In these cases if the bucks were there all along why would it be that they were never seen, would that be simply because we were so focused on the deer that we had targeted n we overlooked them, you think? When I say we had targeted them its not a catalog of pics or any thing extensive, we basically put a cam up once in late summer for a few days in places we had previously scouted just to get some visual conformation, so the bachelor group that contained those guys were the bulk of the pics.dan wrote:sunset samurai wrote:One thing to expound on would be how quickly another buck may take up residence where a current animal has been taken out. For instance, one area we hunt here in NC is roughly 150 acres, keeping track of a few bucks we had a 10 and an 8 on the hitlist and happened that first sit I killed the 10 and 5 days later on similar conditions my brother killed the 8. Within 20 mins of same time of day as my buck. Not wanting to "clear out" the area we decided it would only be hunted one more time in hopes of my fiance getting her first deer which she did so we retired the area and we moved our efforts to different places to kill our number two bucks for the season. I went back into the area the other week deep into the bedding/creek bottom and judging by the extensive lines of large rubs, undoubtably another buck or multiple had moved into the area probably sensing the lack of competition and feeling some pressure in their original hideouts. In this case a little in season pre scouting may have proved my number two buck couldve probably been killed much closer to home, but its all good he'll be bigger this fall.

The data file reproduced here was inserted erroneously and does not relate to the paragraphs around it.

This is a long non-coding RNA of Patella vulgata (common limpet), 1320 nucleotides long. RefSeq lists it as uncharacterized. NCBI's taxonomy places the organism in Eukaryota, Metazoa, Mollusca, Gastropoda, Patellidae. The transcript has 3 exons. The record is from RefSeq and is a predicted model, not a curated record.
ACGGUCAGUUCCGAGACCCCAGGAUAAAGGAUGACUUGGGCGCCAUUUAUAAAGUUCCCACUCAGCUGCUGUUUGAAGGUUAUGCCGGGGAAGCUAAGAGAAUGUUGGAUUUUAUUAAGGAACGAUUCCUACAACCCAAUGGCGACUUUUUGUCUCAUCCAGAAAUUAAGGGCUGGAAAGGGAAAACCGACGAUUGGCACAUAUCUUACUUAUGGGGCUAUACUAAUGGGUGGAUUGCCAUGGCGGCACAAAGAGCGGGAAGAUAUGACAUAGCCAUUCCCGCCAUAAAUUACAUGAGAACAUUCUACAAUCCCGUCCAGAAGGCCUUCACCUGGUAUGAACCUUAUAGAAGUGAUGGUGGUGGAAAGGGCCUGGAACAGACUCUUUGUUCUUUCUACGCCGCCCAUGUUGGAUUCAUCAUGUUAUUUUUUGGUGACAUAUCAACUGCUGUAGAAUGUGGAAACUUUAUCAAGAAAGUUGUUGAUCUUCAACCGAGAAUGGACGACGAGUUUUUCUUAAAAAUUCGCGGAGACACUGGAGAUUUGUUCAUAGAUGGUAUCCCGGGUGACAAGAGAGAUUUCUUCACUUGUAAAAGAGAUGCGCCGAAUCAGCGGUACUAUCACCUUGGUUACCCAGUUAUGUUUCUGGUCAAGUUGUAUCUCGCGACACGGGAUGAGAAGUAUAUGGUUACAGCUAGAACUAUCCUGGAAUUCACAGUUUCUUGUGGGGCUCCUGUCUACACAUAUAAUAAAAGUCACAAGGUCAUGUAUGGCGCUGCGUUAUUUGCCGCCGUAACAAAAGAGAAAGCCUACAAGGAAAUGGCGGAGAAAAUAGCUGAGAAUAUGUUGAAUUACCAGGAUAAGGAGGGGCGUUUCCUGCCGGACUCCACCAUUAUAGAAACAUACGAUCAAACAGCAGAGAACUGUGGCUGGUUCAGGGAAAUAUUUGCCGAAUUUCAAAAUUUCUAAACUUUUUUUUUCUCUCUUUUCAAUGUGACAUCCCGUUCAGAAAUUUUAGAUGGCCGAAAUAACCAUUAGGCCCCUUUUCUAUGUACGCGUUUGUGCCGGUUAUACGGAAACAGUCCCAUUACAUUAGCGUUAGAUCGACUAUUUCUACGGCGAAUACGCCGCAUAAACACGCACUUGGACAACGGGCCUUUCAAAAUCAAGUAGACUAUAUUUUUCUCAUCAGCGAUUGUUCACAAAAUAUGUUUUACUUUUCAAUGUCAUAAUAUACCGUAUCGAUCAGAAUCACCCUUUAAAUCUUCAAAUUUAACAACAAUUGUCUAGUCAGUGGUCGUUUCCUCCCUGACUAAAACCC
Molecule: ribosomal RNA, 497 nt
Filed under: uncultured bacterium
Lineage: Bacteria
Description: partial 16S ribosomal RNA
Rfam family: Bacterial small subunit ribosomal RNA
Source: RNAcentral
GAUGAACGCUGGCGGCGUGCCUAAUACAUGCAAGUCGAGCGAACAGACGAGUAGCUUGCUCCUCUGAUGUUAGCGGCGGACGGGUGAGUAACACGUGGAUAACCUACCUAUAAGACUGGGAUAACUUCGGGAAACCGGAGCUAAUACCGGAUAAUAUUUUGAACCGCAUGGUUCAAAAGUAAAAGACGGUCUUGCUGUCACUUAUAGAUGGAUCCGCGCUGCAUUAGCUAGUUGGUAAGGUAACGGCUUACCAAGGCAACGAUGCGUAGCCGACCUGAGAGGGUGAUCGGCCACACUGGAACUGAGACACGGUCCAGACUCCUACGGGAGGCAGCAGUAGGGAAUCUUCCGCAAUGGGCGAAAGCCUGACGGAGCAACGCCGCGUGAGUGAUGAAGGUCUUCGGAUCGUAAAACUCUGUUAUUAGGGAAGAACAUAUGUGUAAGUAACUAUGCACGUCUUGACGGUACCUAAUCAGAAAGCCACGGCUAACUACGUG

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Its not really a matter of other bucks "moving in" in most cases... Primary bedding areas are used by every buck in the area most of the time... The most dominant buck in the area will get the spot... I have watched bucks bed in a bedding area and a little later a more dominant buck comes in and the lesser buck either leaves or moves to a satellite bed. In a lot of cases I have watched a certain buck bed in a certain spot then move in for the kill the next day only to have a different buck get out of the same bed.
I shot a mature 10 pointer a couple seasons ago and a few days later noticed the beds rubline was still being used so I sat in the same spot and watched another big buck rise out of the exact bed...
How fast a bed gets used after a kill probably has more to do with getting your scent in there when you kill the 1st one, than it does about a new deer finding the spot.
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